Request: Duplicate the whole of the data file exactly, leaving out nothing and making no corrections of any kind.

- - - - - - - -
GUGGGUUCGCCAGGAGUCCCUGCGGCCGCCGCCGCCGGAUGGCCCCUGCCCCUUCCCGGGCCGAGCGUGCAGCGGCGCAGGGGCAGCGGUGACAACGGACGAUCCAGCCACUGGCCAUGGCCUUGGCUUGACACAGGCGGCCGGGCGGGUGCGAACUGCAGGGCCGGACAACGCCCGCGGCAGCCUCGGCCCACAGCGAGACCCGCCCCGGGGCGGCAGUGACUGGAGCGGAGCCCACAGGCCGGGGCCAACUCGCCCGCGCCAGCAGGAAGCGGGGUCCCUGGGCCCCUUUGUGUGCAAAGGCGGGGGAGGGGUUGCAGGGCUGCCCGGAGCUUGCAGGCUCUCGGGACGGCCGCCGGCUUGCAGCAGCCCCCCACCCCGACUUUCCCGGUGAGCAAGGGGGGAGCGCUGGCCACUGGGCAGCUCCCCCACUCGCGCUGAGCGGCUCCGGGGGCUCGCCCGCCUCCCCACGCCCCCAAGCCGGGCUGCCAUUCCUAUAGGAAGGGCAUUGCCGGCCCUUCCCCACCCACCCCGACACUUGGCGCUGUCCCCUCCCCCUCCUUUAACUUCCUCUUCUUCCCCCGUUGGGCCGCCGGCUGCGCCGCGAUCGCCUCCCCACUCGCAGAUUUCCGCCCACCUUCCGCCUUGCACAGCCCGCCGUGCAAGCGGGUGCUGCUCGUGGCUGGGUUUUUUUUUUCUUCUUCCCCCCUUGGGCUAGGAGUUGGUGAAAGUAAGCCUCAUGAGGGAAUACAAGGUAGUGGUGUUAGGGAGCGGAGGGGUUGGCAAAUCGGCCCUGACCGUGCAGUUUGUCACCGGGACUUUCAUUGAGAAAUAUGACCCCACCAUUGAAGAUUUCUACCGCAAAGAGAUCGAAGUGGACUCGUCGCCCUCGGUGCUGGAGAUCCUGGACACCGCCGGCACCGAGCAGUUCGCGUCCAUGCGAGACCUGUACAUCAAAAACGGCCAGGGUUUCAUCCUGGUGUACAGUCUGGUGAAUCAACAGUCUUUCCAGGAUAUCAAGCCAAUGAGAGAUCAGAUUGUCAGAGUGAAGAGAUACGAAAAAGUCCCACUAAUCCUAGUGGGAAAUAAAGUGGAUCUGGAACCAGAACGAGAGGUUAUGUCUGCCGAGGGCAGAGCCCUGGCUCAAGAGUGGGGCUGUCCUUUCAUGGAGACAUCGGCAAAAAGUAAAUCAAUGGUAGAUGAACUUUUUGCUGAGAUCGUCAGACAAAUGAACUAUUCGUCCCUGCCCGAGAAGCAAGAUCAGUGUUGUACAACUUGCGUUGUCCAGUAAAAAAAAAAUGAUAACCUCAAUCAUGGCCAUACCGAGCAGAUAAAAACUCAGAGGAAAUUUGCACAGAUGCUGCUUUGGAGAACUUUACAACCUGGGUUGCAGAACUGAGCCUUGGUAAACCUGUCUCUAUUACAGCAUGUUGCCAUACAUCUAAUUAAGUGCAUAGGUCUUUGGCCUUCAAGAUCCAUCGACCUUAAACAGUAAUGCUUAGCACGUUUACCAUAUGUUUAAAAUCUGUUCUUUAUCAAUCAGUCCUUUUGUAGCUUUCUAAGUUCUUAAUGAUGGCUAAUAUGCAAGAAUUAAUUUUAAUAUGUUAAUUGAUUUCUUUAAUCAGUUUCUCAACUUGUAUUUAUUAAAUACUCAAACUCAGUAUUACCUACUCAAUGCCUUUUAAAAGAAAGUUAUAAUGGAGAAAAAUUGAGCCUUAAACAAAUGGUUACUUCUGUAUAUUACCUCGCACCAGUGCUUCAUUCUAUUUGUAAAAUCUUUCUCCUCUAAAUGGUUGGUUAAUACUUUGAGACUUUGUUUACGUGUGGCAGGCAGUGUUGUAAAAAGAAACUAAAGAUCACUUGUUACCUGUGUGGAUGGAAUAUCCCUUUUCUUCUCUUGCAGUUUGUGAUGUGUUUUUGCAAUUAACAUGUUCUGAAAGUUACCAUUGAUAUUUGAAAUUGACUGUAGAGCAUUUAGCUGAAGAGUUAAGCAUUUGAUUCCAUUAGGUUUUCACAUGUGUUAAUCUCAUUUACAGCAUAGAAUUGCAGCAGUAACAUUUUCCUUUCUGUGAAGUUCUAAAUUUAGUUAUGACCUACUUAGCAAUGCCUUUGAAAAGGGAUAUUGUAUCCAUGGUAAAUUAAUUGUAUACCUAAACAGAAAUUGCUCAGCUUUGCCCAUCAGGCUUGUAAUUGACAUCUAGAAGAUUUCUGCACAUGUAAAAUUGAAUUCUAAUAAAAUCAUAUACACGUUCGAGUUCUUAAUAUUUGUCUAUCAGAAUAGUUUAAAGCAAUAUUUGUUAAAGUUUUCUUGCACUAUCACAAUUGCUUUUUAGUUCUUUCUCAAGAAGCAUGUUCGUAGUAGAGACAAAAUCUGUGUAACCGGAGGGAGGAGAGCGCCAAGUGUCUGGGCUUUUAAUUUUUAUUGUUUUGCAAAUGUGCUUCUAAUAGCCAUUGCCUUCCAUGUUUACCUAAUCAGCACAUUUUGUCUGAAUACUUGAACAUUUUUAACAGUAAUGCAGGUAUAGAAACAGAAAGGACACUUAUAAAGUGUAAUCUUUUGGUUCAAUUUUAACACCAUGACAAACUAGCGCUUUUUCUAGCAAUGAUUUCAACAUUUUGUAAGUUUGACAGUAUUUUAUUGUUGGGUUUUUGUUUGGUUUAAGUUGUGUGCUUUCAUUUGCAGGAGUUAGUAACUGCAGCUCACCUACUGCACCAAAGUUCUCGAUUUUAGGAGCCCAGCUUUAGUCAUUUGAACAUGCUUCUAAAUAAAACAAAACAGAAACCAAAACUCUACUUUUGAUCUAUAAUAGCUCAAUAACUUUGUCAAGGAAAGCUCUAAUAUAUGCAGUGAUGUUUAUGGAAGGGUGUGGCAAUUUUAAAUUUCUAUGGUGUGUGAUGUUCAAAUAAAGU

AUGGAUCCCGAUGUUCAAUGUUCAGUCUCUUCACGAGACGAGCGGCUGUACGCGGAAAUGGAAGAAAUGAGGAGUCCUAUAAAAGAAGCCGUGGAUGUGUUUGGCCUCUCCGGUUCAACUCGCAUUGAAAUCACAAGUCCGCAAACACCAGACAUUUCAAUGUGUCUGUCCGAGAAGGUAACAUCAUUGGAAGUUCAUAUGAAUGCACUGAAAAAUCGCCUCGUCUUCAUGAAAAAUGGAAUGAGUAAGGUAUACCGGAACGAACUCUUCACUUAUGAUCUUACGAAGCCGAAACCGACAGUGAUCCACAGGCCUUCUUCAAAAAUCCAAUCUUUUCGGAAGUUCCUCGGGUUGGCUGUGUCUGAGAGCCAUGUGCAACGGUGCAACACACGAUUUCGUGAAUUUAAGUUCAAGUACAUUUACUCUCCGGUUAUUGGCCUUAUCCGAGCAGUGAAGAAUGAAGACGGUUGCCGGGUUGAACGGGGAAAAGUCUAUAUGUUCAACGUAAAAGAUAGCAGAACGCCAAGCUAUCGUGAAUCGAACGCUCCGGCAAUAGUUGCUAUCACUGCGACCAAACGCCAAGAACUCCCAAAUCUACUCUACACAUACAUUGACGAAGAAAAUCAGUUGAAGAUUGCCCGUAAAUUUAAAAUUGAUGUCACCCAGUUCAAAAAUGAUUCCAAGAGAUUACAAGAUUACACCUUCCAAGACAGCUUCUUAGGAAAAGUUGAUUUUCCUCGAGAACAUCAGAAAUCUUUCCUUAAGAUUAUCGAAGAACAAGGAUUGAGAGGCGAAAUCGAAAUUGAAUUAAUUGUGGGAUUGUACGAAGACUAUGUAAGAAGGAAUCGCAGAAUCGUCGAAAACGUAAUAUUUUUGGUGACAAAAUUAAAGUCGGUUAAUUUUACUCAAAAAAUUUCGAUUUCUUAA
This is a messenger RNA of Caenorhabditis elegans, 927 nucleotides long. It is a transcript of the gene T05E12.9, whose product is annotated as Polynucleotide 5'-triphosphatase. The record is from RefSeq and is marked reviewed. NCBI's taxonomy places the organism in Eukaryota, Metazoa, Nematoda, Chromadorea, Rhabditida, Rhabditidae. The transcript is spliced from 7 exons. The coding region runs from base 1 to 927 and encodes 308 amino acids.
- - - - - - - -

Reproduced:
GUGGGUUCGCCAGGAGUCCCUGCGGCCGCCGCCGCCGGAUGGCCCCUGCCCCUUCCCGGGCCGAGCGUGCAGCGGCGCAGGGGCAGCGGUGACAACGGACGAUCCAGCCACUGGCCAUGGCCUUGGCUUGACACAGGCGGCCGGGCGGGUGCGAACUGCAGGGCCGGACAACGCCCGCGGCAGCCUCGGCCCACAGCGAGACCCGCCCCGGGGCGGCAGUGACUGGAGCGGAGCCCACAGGCCGGGGCCAACUCGCCCGCGCCAGCAGGAAGCGGGGUCCCUGGGCCCCUUUGUGUGCAAAGGCGGGGGAGGGGUUGCAGGGCUGCCCGGAGCUUGCAGGCUCUCGGGACGGCCGCCGGCUUGCAGCAGCCCCCCACCCCGACUUUCCCGGUGAGCAAGGGGGGAGCGCUGGCCACUGGGCAGCUCCCCCACUCGCGCUGAGCGGCUCCGGGGGCUCGCCCGCCUCCCCACGCCCCCAAGCCGGGCUGCCAUUCCUAUAGGAAGGGCAUUGCCGGCCCUUCCCCACCCACCCCGACACUUGGCGCUGUCCCCUCCCCCUCCUUUAACUUCCUCUUCUUCCCCCGUUGGGCCGCCGGCUGCGCCGCGAUCGCCUCCCCACUCGCAGAUUUCCGCCCACCUUCCGCCUUGCACAGCCCGCCGUGCAAGCGGGUGCUGCUCGUGGCUGGGUUUUUUUUUUCUUCUUCCCCCCUUGGGCUAGGAGUUGGUGAAAGUAAGCCUCAUGAGGGAAUACAAGGUAGUGGUGUUAGGGAGCGGAGGGGUUGGCAAAUCGGCCCUGACCGUGCAGUUUGUCACCGGGACUUUCAUUGAGAAAUAUGACCCCACCAUUGAAGAUUUCUACCGCAAAGAGAUCGAAGUGGACUCGUCGCCCUCGGUGCUGGAGAUCCUGGACACCGCCGGCACCGAGCAGUUCGCGUCCAUGCGAGACCUGUACAUCAAAAACGGCCAGGGUUUCAUCCUGGUGUACAGUCUGGUGAAUCAACAGUCUUUCCAGGAUAUCAAGCCAAUGAGAGAUCAGAUUGUCAGAGUGAAGAGAUACGAAAAAGUCCCACUAAUCCUAGUGGGAAAUAAAGUGGAUCUGGAACCAGAACGAGAGGUUAUGUCUGCCGAGGGCAGAGCCCUGGCUCAAGAGUGGGGCUGUCCUUUCAUGGAGACAUCGGCAAAAAGUAAAUCAAUGGUAGAUGAACUUUUUGCUGAGAUCGUCAGACAAAUGAACUAUUCGUCCCUGCCCGAGAAGCAAGAUCAGUGUUGUACAACUUGCGUUGUCCAGUAAAAAAAAAAUGAUAACCUCAAUCAUGGCCAUACCGAGCAGAUAAAAACUCAGAGGAAAUUUGCACAGAUGCUGCUUUGGAGAACUUUACAACCUGGGUUGCAGAACUGAGCCUUGGUAAACCUGUCUCUAUUACAGCAUGUUGCCAUACAUCUAAUUAAGUGCAUAGGUCUUUGGCCUUCAAGAUCCAUCGACCUUAAACAGUAAUGCUUAGCACGUUUACCAUAUGUUUAAAAUCUGUUCUUUAUCAAUCAGUCCUUUUGUAGCUUUCUAAGUUCUUAAUGAUGGCUAAUAUGCAAGAAUUAAUUUUAAUAUGUUAAUUGAUUUCUUUAAUCAGUUUCUCAACUUGUAUUUAUUAAAUACUCAAACUCAGUAUUACCUACUCAAUGCCUUUUAAAAGAAAGUUAUAAUGGAGAAAAAUUGAGCCUUAAACAAAUGGUUACUUCUGUAUAUUACCUCGCACCAGUGCUUCAUUCUAUUUGUAAAAUCUUUCUCCUCUAAAUGGUUGGUUAAUACUUUGAGACUUUGUUUACGUGUGGCAGGCAGUGUUGUAAAAAGAAACUAAAGAUCACUUGUUACCUGUGUGGAUGGAAUAUCCCUUUUCUUCUCUUGCAGUUUGUGAUGUGUUUUUGCAAUUAACAUGUUCUGAAAGUUACCAUUGAUAUUUGAAAUUGACUGUAGAGCAUUUAGCUGAAGAGUUAAGCAUUUGAUUCCAUUAGGUUUUCACAUGUGUUAAUCUCAUUUACAGCAUAGAAUUGCAGCAGUAACAUUUUCCUUUCUGUGAAGUUCUAAAUUUAGUUAUGACCUACUUAGCAAUGCCUUUGAAAAGGGAUAUUGUAUCCAUGGUAAAUUAAUUGUAUACCUAAACAGAAAUUGCUCAGCUUUGCCCAUCAGGCUUGUAAUUGACAUCUAGAAGAUUUCUGCACAUGUAAAAUUGAAUUCUAAUAAAAUCAUAUACACGUUCGAGUUCUUAAUAUUUGUCUAUCAGAAUAGUUUAAAGCAAUAUUUGUUAAAGUUUUCUUGCACUAUCACAAUUGCUUUUUAGUUCUUUCUCAAGAAGCAUGUUCGUAGUAGAGACAAAAUCUGUGUAACCGGAGGGAGGAGAGCGCCAAGUGUCUGGGCUUUUAAUUUUUAUUGUUUUGCAAAUGUGCUUCUAAUAGCCAUUGCCUUCCAUGUUUACCUAAUCAGCACAUUUUGUCUGAAUACUUGAACAUUUUUAACAGUAAUGCAGGUAUAGAAACAGAAAGGACACUUAUAAAGUGUAAUCUUUUGGUUCAAUUUUAACACCAUGACAAACUAGCGCUUUUUCUAGCAAUGAUUUCAACAUUUUGUAAGUUUGACAGUAUUUUAUUGUUGGGUUUUUGUUUGGUUUAAGUUGUGUGCUUUCAUUUGCAGGAGUUAGUAACUGCAGCUCACCUACUGCACCAAAGUUCUCGAUUUUAGGAGCCCAGCUUUAGUCAUUUGAACAUGCUUCUAAAUAAAACAAAACAGAAACCAAAACUCUACUUUUGAUCUAUAAUAGCUCAAUAACUUUGUCAAGGAAAGCUCUAAUAUAUGCAGUGAUGUUUAUGGAAGGGUGUGGCAAUUUUAAAUUUCUAUGGUGUGUGAUGUUCAAAUAAAGU

AUGGAUCCCGAUGUUCAAUGUUCAGUCUCUUCACGAGACGAGCGGCUGUACGCGGAAAUGGAAGAAAUGAGGAGUCCUAUAAAAGAAGCCGUGGAUGUGUUUGGCCUCUCCGGUUCAACUCGCAUUGAAAUCACAAGUCCGCAAACACCAGACAUUUCAAUGUGUCUGUCCGAGAAGGUAACAUCAUUGGAAGUUCAUAUGAAUGCACUGAAAAAUCGCCUCGUCUUCAUGAAAAAUGGAAUGAGUAAGGUAUACCGGAACGAACUCUUCACUUAUGAUCUUACGAAGCCGAAACCGACAGUGAUCCACAGGCCUUCUUCAAAAAUCCAAUCUUUUCGGAAGUUCCUCGGGUUGGCUGUGUCUGAGAGCCAUGUGCAACGGUGCAACACACGAUUUCGUGAAUUUAAGUUCAAGUACAUUUACUCUCCGGUUAUUGGCCUUAUCCGAGCAGUGAAGAAUGAAGACGGUUGCCGGGUUGAACGGGGAAAAGUCUAUAUGUUCAACGUAAAAGAUAGCAGAACGCCAAGCUAUCGUGAAUCGAACGCUCCGGCAAUAGUUGCUAUCACUGCGACCAAACGCCAAGAACUCCCAAAUCUACUCUACACAUACAUUGACGAAGAAAAUCAGUUGAAGAUUGCCCGUAAAUUUAAAAUUGAUGUCACCCAGUUCAAAAAUGAUUCCAAGAGAUUACAAGAUUACACCUUCCAAGACAGCUUCUUAGGAAAAGUUGAUUUUCCUCGAGAACAUCAGAAAUCUUUCCUUAAGAUUAUCGAAGAACAAGGAUUGAGAGGCGAAAUCGAAAUUGAAUUAAUUGUGGGAUUGUACGAAGACUAUGUAAGAAGGAAUCGCAGAAUCGUCGAAAACGUAAUAUUUUUGGUGACAAAAUUAAAGUCGGUUAAUUUUACUCAAAAAAUUUCGAUUUCUUAA
This is a messenger RNA of Caenorhabditis elegans, 927 nucleotides long. It is a transcript of the gene T05E12.9, whose product is annotated as Polynucleotide 5'-triphosphatase. The record is from RefSeq and is marked reviewed. NCBI's taxonomy places the organism in Eukaryota, Metazoa, Nematoda, Chromadorea, Rhabditida, Rhabditidae. The transcript is spliced from 7 exons. The coding region runs from base 1 to 927 and encodes 308 amino acids.